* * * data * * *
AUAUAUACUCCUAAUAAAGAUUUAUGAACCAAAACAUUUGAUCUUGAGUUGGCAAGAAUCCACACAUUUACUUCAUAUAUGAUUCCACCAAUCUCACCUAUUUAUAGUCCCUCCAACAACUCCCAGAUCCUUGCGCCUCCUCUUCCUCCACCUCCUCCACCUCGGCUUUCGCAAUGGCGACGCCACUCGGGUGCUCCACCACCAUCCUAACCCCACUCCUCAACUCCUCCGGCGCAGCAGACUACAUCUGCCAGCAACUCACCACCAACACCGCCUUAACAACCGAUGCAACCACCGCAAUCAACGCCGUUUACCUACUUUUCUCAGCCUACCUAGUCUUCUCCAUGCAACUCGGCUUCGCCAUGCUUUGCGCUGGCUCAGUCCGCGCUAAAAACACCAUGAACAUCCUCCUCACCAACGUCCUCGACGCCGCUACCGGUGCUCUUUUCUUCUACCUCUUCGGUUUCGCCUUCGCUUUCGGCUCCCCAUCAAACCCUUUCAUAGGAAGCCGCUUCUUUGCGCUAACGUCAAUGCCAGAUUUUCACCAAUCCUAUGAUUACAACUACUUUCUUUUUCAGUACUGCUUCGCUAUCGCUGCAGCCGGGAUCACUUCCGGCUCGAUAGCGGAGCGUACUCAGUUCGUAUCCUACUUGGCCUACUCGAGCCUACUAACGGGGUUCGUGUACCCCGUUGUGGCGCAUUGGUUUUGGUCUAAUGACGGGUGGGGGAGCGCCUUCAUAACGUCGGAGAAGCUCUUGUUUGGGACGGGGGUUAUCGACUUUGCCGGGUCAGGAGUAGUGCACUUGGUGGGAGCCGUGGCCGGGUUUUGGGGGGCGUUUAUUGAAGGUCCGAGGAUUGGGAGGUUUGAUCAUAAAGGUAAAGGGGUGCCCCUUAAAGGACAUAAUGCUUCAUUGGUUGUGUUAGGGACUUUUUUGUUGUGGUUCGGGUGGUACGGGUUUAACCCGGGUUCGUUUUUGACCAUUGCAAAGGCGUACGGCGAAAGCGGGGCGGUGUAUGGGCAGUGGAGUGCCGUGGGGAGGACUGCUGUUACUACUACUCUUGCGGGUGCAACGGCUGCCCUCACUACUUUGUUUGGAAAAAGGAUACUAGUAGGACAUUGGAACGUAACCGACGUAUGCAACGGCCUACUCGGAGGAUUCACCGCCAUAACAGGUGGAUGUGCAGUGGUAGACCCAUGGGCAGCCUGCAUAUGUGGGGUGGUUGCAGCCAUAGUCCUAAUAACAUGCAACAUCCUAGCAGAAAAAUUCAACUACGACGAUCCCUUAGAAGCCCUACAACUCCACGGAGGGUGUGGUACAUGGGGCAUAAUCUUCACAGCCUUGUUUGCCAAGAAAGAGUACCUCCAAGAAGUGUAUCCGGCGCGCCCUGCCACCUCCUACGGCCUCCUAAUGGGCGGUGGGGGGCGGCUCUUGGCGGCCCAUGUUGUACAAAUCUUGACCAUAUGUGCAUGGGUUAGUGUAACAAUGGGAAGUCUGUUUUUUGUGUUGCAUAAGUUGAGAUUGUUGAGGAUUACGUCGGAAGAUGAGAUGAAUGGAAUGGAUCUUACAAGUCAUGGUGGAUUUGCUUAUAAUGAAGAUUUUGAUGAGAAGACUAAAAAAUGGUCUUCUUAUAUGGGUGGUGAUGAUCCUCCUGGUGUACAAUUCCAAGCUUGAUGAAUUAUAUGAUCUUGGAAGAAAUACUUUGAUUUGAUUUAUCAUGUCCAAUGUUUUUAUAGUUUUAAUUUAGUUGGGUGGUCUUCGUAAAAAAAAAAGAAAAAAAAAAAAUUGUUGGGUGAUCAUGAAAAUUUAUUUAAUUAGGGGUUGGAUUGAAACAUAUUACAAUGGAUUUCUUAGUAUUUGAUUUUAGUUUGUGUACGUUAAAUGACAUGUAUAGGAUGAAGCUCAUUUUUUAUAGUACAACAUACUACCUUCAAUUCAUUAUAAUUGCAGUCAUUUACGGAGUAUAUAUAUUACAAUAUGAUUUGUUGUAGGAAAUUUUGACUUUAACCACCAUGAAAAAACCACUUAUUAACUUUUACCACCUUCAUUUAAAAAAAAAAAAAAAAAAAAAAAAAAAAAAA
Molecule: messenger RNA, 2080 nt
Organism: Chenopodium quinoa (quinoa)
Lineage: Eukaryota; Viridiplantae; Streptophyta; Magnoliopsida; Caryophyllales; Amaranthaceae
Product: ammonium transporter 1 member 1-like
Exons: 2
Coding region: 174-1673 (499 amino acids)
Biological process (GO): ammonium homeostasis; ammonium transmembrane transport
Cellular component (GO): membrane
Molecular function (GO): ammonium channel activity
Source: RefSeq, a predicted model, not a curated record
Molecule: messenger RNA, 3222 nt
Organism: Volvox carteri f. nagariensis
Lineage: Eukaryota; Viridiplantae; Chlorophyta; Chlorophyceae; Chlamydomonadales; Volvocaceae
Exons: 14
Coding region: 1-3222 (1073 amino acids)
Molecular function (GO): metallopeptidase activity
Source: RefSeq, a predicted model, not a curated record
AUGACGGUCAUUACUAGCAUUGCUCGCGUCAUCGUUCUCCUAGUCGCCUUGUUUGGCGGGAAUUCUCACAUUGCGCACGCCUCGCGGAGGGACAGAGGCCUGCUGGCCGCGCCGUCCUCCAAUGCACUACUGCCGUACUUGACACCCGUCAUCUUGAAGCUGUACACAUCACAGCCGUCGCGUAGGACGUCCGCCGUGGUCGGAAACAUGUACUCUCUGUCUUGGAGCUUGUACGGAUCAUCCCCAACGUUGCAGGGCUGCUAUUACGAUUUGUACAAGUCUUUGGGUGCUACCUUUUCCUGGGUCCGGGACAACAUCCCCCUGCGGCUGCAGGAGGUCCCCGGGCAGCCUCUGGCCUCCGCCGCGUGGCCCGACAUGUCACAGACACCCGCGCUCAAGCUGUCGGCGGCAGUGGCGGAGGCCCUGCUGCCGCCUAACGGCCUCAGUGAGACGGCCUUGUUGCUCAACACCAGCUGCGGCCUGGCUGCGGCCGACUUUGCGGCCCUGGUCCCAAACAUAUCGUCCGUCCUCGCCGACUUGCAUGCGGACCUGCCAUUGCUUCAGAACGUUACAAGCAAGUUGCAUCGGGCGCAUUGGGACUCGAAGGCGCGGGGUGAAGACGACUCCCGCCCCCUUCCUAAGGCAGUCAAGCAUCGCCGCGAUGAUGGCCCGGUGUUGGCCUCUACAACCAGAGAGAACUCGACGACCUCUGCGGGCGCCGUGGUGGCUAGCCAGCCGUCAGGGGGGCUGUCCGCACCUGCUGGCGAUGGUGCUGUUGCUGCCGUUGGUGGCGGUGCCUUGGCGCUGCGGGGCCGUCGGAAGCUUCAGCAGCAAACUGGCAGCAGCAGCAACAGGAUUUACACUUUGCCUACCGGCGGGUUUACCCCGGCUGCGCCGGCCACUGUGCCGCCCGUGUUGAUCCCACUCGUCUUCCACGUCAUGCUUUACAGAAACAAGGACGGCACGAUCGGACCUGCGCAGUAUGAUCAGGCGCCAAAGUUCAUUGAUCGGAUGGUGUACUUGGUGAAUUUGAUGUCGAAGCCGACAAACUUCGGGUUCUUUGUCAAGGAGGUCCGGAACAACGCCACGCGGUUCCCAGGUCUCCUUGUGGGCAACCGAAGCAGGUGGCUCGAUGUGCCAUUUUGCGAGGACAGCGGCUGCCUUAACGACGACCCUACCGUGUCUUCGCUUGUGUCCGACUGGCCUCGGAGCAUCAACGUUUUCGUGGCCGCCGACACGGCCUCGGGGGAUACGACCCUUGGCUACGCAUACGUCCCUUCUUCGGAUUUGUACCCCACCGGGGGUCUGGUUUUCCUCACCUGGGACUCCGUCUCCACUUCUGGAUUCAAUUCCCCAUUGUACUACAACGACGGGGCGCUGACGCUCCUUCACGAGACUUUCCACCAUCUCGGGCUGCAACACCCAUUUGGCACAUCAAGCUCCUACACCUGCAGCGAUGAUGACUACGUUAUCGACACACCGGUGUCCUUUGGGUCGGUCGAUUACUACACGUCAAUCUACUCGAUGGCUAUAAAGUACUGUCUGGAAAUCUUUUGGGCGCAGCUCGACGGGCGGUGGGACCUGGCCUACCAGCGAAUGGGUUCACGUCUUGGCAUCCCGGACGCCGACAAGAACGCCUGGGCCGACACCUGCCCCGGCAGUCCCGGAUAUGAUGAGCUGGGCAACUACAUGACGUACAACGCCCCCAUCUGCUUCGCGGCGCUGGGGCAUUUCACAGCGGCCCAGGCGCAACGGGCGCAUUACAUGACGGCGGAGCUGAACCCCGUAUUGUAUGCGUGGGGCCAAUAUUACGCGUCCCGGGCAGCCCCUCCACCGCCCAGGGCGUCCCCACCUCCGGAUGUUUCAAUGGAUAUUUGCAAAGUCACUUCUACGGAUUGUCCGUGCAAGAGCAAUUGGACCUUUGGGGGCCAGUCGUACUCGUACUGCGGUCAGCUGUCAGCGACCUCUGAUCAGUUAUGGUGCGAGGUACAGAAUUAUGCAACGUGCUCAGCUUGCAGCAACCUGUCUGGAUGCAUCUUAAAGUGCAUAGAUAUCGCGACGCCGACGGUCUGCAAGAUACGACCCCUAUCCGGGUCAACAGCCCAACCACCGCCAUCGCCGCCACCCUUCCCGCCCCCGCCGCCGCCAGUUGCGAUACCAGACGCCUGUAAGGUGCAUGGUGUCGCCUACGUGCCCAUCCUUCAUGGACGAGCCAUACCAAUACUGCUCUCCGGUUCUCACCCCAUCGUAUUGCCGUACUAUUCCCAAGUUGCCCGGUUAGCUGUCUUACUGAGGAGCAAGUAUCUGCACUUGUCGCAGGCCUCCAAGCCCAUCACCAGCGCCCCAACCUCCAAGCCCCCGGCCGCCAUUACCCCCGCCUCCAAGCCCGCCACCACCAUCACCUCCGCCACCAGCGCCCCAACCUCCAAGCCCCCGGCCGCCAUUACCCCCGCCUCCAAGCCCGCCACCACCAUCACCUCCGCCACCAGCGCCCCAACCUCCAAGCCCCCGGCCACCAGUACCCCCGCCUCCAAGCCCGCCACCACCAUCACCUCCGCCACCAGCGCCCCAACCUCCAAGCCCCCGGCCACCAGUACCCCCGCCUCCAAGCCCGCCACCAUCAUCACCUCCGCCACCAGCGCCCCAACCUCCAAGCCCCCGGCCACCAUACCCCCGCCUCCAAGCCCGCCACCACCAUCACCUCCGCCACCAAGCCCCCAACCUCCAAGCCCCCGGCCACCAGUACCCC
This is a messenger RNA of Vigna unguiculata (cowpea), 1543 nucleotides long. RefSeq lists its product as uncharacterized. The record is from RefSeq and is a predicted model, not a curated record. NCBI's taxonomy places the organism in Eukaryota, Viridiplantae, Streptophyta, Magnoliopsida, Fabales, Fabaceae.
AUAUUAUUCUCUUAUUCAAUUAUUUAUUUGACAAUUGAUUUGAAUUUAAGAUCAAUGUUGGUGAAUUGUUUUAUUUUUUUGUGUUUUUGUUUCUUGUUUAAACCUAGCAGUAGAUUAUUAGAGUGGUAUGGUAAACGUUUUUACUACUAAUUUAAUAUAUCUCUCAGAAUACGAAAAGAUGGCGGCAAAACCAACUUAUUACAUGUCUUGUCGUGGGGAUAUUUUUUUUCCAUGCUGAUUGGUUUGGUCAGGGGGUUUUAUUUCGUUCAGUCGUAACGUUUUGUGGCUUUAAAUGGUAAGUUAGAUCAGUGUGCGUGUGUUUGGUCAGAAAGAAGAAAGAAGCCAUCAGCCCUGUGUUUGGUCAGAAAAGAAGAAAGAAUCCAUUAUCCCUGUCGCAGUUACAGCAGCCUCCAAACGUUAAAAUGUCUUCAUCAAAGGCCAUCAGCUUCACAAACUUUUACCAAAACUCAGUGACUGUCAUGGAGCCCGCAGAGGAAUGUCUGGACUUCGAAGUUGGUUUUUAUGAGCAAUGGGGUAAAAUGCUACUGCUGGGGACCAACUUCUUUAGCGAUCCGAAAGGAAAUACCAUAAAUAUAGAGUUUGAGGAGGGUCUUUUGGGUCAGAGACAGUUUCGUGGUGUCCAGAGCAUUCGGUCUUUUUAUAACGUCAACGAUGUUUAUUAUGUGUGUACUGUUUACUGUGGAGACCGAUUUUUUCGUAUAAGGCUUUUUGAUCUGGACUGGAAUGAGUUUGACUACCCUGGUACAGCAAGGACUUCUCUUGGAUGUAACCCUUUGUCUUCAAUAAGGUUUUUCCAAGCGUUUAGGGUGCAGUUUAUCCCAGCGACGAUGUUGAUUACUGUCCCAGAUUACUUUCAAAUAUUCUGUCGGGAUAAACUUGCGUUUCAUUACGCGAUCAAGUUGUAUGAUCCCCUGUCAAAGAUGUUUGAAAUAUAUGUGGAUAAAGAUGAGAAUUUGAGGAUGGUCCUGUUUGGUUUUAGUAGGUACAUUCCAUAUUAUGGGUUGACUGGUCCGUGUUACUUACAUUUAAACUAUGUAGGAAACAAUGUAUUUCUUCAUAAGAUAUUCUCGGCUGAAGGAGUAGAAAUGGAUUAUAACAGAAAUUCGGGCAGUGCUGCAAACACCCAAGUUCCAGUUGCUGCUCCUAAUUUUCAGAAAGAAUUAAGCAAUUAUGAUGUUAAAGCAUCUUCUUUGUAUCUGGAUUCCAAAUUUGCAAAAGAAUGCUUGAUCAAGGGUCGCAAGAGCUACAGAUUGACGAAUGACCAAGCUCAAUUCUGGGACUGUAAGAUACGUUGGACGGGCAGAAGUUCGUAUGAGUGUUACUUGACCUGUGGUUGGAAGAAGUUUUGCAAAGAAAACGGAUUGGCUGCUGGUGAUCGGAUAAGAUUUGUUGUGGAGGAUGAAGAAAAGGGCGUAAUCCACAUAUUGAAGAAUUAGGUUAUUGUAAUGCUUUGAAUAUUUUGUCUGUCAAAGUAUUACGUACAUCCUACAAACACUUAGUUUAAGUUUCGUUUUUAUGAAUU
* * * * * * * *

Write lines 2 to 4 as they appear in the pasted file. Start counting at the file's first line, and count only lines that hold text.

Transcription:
Molecule: messenger RNA, 2080 nt
Organism: Chenopodium quinoa (quinoa)
Lineage: Eukaryota; Viridiplantae; Streptophyta; Magnoliopsida; Caryophyllales; Amaranthaceae